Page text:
February 17, 2017: Biomolecules & Therapeutics
https://www.readbyqxmd.com/read/28202411/dopamine-and-dopamine-receptor-d1-associated-with-decreased-social-interaction
#3
Qiang Liu, Jieyun Shi, Rongfei Lin, Tieqiao Wen
Deficits in social interaction are hallmarks of neurological and psychiatric disorders. However, its underlying mechanism is still unclear. Here, we show that the loss of dendritic cell factor 1 (Dcf1) in the nervous system of mice induces social interaction deficiency, autism-like behaviour, and influences social interaction via the dopamine system. Dopamine receptor D1 agonist rescues this social cognition phenotype, and improves short-term plasticity. Together, this study presents a new genetic mechanism that affects social interaction and may provide a new way to improve positive social interaction and treat autism spectrum disorders...
February 12, 2017: Behavioural Brain Research
https://www.readbyqxmd.com/read/28192273/gabaa-receptor-subtypes-in-the-mouse-brain-regional-mapping-and-diazepam-receptor-occupancy-by-in-vivo-18-f-flumazenil-pet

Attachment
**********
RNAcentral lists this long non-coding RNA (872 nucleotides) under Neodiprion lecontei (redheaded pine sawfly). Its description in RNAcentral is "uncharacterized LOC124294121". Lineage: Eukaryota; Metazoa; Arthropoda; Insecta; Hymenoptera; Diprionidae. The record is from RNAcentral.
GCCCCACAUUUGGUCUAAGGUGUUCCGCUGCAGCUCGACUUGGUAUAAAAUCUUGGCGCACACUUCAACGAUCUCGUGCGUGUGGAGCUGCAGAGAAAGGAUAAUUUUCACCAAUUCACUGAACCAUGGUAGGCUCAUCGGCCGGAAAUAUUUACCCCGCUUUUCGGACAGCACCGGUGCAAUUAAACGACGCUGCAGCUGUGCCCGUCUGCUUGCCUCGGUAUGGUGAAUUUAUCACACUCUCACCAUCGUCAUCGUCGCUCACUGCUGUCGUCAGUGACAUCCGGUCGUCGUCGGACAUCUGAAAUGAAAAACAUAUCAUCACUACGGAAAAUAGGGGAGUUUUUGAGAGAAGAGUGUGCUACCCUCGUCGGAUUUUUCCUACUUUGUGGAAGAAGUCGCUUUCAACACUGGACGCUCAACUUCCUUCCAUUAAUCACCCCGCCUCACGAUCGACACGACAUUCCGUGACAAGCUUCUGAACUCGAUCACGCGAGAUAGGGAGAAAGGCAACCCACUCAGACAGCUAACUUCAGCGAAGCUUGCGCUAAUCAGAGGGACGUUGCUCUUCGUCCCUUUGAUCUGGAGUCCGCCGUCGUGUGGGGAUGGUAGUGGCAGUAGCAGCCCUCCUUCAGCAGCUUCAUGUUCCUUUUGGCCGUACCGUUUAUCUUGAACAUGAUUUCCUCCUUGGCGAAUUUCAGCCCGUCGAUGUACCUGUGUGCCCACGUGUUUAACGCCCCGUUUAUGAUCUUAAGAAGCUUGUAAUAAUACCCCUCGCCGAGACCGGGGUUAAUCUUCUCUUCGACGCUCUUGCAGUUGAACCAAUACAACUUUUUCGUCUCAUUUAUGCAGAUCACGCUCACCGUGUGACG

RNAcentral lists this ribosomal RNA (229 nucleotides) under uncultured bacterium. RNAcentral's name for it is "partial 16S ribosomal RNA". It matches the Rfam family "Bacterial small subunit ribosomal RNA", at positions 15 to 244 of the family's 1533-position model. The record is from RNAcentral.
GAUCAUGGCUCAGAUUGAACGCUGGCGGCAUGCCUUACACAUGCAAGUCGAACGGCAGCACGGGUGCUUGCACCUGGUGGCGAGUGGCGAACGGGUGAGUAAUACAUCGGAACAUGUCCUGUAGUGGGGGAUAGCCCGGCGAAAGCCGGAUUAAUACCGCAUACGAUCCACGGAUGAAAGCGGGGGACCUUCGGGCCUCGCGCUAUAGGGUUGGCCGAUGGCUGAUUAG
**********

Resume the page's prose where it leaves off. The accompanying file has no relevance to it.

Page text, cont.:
#4
Adrienne Müller Herde, Dietmar Benke, William T Ralvenius, Linjing Mu, Roger Schibli, Hanns Ulrich Zeilhofer, Stefanie D Krämer
Classical benzodiazepines, which are widely used as sedatives, anxiolytics and anticonvulsants, exert their therapeutic effects through interactions with heteropentameric GABAA receptors composed of two α, two β and one γ2 subunit. Their high affinity binding site is located at the interface between the γ2 and the adjacent α subunit. The α-subunit gene family consists of six members and receptors can be homomeric or mixed with respect to the α-subunits. Previous work has suggested that benzodiazepine binding site ligands with selectivity for individual GABAA receptor subtypes, as defined by the benzodiazepine-binding α subunit, may have fewer side effects and may even be effective in diseases, such as schizophrenia, autism or chronic pain, that do not respond well to classical benzodiazepines...